According to an affidavit, around December 2018 Caplan made a charitable donation of $75,000 to The Key’s foundation in exchange for the test proctor to correct his daughter’s ACT exam without her knowledge.
“She won’t even know that it happened. It will happen as though, she will think that she’s really super smart, and she got lucky on a test, and you got a score now,” Singer said to Caplan in a phone call that was captured on a court authorized wire tap.
Caplan whose daughter was enrolled at an online school, was instructed to seek extended time for her on the standardized test by purporting her to have a learning disability and obtaining medical documentation from a psychologist.
“I also need to tell [your daughter] when she gets tested, to be as, to be stupid, not to be as smart as she is. The goal is to be slow, to be not as bright, all that, so we show discrepancies,” Singer said in the wiretapped conversation.
“And it works?” Caplan asked Singer about the scheme.
“Every time,” Singer replied.
Later, Caplan said, “It feels a little weird.”
“I know it does,” Singer replied. “But when she gets the score and we have choices, you’re gonna be saying, okay, I’ll take all my kids, we’re gonna do the same thing.”
Later, Singer said that since Caplan’s daughter didn’t attend a traditional school the psychologist would have to do a “huge write up,” but that it would be worthwhile.
“Here’s the great thing,” Singer added, “When she goes to college, she gets to bring this report with her …She’ll get all the accommodations when she gets to college as well.”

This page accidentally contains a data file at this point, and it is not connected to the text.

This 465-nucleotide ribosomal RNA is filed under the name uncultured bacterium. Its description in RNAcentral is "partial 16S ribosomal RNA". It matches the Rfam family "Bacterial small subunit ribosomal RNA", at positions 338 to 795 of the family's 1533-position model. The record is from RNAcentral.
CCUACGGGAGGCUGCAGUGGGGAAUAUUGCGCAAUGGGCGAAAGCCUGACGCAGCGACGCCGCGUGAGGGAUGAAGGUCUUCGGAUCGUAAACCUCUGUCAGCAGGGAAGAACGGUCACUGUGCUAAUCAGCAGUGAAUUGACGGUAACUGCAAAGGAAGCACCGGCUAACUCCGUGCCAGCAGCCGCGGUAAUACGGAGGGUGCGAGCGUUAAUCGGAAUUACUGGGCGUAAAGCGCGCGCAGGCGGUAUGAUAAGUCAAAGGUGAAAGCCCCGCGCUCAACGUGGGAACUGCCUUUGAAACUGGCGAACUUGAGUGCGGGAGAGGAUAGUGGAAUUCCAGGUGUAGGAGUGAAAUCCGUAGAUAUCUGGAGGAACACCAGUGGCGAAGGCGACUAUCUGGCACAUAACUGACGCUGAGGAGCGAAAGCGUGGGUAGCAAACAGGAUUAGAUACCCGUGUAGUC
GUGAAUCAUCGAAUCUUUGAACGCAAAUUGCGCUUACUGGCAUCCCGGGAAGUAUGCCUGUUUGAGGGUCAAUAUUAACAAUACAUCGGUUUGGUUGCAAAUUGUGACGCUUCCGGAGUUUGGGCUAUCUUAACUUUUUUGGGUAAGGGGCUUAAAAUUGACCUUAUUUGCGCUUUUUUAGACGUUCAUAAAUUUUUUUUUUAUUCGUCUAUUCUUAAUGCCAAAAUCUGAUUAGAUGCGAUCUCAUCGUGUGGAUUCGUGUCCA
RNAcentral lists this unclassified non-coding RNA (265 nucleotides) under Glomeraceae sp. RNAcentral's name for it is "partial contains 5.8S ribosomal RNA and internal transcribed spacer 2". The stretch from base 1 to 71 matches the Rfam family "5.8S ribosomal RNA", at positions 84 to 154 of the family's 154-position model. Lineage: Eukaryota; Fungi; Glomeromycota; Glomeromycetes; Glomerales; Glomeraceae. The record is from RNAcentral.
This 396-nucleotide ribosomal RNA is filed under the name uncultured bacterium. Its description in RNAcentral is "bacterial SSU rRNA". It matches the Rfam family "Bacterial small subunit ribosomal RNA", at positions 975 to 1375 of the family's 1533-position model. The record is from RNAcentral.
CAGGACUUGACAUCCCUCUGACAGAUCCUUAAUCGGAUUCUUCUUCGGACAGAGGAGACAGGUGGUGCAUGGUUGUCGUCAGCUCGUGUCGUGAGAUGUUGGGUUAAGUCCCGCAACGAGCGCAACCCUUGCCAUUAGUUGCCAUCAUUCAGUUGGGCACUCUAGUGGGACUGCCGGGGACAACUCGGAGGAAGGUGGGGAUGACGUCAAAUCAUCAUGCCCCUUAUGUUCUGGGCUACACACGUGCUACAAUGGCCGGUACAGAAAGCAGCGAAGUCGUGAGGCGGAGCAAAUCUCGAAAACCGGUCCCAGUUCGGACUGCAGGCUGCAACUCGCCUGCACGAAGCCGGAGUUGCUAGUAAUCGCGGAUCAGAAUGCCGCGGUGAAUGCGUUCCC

In July 2018, according to the affidavit, Singer suggested to Caplan that they have one of Singer’s employees take an online class for Caplan’s daughter to raise her GPA.
According to the affidavit, in a conversation with Caplan, his spouse and Singer, “Caplan’s spouse replied that she had ‘a problem with that.’”
Then in a private conversation between Caplan and Singer, Caplan asked, “If somebody catches this, what happens?”
“The only one who can catch it is if you guys tell somebody,” Singer replied, adding, “So the only way is, if somebody says at [your daughter’s] school, “Oh by the way, you re-took this class, congratulations, you got an A, blah, blah blah,” she can’t act like, ‘Really? When did I take that?'”
“I see. Okay,” Caplan replied.
Later in the same call, back on the subject of the ACT, Caplan said, “I’m not worried about the moral issue here. I’m worried about the, if she’s caught doing that, you know, she’s finished.”